By Brad Salzmann, PA-C
This September marks the 10th annual National Preparedness Month. Sponsored by the Federal Emergency Management Agency (FEMA) and endorsed by the president of the United States, the month urges all Americans to recognize the importance of preparedness and working together to enhance national security, resilience and readiness.
All disasters are first and foremost local, and all emergency response starts locally. Individuals, families, communities, and businesses that are even somewhat prepared fare far better than those who are not prepared. While it’s impractical to prepare for all possible scenarios, every bit of preplanning and preparedness does make a difference. Outside help is not always immediately available. Think back to past emergency events you were involved in, or talk to someone who has been affected; what were some of the things you wished you had thought of and prepared for ahead of time?
The basic mantra is: Be informed, make a plan, build a kit, and get involved.
Being informed means staying updated on local situations and information and knowing what to do before, during, and after an emergency. All types of media, including social media sites, are used now for news, information, and directions. VT 211 (Get connected, Get answers) is a free, confidential, 24/7, reference to access hundreds of community resources, sponsored by the Vermont United Way (www.vermont211.org); it is not for emergencies (911), nor is it directory assistance (411). VT 511 (www.511vt.com) is free reference sponsored by the Vermont Agency of Transportation with updated road information.
Making a plan starts with where to meet; how to communicate with loved ones; evacuation and shelter-in-place options; plans for pets and livestock; plans for infants, elderly and those with special needs; obtaining important medications; and retrieval of important documents. Businesses and communities should also plan for identifying and preparing for alternate ways to continue crucial operations, and recovery. Plans really should be tested, updated, and adjusted periodically. September is a great time to do this!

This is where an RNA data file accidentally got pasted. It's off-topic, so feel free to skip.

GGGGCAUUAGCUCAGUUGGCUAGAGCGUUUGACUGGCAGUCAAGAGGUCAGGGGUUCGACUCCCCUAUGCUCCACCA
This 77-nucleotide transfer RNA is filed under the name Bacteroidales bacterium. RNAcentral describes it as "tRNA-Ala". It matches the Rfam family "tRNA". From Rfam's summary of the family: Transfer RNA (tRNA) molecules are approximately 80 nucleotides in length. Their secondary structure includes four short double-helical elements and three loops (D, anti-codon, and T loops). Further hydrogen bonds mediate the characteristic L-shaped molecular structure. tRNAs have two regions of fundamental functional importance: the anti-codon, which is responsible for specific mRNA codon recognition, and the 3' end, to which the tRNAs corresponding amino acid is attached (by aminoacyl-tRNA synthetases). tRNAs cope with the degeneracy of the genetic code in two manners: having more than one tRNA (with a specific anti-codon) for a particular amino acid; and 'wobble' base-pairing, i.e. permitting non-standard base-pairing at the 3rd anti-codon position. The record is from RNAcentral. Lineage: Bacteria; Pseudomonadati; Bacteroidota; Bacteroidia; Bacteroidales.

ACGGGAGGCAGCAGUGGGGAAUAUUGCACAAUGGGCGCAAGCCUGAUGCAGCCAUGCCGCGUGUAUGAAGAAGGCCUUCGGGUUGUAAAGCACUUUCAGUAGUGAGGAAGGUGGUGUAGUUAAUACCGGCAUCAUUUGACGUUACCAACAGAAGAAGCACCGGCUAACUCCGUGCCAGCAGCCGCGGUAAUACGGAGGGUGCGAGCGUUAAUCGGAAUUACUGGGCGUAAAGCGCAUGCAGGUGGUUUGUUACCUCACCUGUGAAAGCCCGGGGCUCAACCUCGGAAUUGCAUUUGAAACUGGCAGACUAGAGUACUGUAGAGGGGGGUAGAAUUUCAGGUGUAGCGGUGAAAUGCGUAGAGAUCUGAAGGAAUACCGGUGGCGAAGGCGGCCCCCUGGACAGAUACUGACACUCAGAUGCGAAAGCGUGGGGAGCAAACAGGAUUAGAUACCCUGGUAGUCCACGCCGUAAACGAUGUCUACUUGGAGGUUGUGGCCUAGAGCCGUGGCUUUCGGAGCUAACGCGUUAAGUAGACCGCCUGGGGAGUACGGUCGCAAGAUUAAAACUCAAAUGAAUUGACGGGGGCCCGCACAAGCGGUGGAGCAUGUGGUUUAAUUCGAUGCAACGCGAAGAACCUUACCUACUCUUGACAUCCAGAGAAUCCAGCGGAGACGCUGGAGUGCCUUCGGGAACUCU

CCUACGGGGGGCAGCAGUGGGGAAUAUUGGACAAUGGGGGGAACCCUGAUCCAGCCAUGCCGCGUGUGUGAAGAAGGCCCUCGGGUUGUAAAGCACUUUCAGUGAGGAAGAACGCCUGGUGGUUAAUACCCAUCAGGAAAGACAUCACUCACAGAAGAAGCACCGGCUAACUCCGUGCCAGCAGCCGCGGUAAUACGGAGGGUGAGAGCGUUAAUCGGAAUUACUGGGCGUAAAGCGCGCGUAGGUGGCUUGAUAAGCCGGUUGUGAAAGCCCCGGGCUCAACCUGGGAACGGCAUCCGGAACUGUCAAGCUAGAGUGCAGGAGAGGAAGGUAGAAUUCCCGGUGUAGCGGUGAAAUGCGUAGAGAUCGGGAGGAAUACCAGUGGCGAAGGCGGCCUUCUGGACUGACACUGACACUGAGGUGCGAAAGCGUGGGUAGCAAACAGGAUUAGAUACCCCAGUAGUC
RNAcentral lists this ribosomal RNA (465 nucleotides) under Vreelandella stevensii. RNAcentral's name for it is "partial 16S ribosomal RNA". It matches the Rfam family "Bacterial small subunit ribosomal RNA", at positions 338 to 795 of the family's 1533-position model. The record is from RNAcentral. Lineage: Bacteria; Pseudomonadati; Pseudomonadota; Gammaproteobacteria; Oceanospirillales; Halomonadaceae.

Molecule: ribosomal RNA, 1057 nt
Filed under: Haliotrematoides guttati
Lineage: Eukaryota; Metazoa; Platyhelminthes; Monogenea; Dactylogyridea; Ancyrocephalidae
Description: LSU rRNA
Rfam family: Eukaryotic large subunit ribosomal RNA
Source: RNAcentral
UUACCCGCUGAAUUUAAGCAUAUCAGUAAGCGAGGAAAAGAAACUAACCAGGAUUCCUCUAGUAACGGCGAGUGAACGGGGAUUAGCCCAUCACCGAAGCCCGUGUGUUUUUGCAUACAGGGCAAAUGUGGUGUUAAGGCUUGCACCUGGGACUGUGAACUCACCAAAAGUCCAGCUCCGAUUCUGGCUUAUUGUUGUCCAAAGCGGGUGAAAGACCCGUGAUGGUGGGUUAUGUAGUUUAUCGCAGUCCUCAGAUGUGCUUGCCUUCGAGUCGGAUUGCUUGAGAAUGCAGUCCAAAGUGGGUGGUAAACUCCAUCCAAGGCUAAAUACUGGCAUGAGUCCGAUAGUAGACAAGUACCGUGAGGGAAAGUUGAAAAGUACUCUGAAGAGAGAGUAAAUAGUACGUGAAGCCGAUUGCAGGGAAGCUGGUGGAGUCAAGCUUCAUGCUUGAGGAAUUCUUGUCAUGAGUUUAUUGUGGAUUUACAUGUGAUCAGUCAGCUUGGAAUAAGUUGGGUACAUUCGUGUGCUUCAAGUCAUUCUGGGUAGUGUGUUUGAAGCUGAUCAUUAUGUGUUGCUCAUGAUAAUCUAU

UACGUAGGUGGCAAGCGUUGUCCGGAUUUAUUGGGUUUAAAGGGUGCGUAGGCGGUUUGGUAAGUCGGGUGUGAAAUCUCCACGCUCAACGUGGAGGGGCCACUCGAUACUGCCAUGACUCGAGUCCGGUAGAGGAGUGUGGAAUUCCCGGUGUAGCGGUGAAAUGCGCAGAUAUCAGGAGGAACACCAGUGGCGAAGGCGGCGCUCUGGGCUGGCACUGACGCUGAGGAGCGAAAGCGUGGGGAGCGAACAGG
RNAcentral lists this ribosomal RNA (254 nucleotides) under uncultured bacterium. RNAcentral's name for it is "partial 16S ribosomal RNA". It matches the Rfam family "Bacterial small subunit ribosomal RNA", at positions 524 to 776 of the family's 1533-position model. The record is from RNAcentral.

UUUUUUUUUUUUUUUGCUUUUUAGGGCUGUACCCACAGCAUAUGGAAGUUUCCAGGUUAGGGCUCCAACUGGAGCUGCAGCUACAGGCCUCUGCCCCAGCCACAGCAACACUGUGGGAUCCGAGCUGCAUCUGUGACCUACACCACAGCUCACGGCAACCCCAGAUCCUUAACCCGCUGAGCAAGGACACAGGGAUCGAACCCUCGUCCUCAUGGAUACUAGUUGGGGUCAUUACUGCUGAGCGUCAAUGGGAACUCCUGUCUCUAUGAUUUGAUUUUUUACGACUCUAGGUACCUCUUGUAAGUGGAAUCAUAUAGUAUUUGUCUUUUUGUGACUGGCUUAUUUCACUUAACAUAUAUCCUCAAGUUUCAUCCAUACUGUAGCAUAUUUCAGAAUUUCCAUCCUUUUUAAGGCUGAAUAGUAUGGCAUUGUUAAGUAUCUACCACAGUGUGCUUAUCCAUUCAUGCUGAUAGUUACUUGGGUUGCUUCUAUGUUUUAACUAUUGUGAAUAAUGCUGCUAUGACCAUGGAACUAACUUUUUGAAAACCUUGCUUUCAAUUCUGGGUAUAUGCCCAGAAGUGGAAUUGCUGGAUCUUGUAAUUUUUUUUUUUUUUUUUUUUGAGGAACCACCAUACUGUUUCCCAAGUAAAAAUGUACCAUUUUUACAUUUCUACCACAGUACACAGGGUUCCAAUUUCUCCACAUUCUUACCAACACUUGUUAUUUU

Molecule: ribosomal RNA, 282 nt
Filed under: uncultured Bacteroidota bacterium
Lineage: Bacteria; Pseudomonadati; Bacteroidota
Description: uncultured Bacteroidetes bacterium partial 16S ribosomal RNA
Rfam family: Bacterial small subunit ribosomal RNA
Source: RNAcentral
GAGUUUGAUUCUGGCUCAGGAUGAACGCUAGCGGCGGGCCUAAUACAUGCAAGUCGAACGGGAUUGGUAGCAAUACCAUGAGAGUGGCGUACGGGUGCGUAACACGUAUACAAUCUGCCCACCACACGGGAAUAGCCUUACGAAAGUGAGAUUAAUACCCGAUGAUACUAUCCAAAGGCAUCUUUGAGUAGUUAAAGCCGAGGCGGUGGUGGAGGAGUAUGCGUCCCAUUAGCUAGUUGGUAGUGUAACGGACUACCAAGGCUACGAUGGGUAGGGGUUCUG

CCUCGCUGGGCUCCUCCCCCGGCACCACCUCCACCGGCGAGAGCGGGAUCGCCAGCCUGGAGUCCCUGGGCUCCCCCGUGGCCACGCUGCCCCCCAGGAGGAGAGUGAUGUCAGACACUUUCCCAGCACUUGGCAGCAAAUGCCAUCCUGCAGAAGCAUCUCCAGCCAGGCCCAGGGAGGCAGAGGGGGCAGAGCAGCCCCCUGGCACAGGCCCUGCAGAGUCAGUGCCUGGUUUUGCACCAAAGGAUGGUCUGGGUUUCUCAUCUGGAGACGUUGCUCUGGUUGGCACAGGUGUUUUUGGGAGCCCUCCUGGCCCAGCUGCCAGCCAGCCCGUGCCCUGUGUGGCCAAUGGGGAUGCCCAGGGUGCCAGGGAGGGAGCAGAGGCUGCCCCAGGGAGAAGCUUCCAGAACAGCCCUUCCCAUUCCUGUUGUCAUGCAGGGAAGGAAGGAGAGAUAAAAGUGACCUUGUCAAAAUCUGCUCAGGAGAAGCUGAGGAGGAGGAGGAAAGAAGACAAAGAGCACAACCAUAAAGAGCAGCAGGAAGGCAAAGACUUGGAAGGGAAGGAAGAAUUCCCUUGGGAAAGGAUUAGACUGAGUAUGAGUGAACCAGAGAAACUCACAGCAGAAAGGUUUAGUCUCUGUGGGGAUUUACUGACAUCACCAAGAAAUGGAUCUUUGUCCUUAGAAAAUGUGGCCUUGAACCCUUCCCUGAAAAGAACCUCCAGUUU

Kits are generally divided into three categories: Personal “go” kits are in a backpack or duffle that can be easily grabbed and carried. They should have sufficient supplies for you to survive for 24 hours. Mobile kits are in a larger container that can be put or kept in a vehicle. Supplies should be adequate for three days of survival for you and your family. Home kits contain enough supplies and equipment needed in event of an extended shelter-in-place situation.
Getting involved means working with family, friends, community or larger organizations in planning for, preparing for, responding to, and mitigating for emergency events. There are a variety of organizations and groups that are always looking for volunteers.
You may have heard of the survival rule of threes: three minutes without oxygen, three days without water, and three weeks without food. My rule of threes has to do with redundancy. One should strive for three ways to obtain water, shelter, food, and light, as well as three methods of communication, three routes of evacuation, three alternate places to go, and methods to get there, and so on.
There is an abundance of good information available on emergency preparedness. For those of you with Internet access, there are excellent sources from FEMA (www.ready.gov), the Centers for Disease Control and Prevention (http://emergency.cdc.gov/preparedness or http://bt.cdc.gov/planning), the Red Cross (http://redcross.org/prepare/location/home-family, or http://redcross.org/prepare/nationalpreparednessmonth), the Vermont Department of Public Safety, and many others. The Vermont Department of Emergency Management has printed an excellent Family Emergency Preparedness Workbook, which is available online at http://vem.vermont.gov, as well as by calling 1-800-347-0488 or writing to 103 South Main Street, Waterbury, VT 05671-2101. There are even smart phone apps now available with vital emergency preparedness information. If this all seems overwhelming, check out Do1Thing, at http://do1thing.com. This breaks down preparedness into monthly doable and affordable projects.
Finally, watch out for scams and fraud. Unfortunately, there are a few individuals who prey on the misfortunes of others. Never give out your account numbers or Social Security number, or pay in advance for anything unless you are 100 percent sure it is safe.
Please, take this opportunity to enhance your preparedness for emergencies, even if it’s just to make a few lists and jot down a few ideas.
Brad Salzmann is an orthopedics physician assistant at Gifford in Randolph. He also has a master’s degree in disaster medicine and management, and serves as part of the national Disaster Medical Assistance Team based in Worcester, Mass.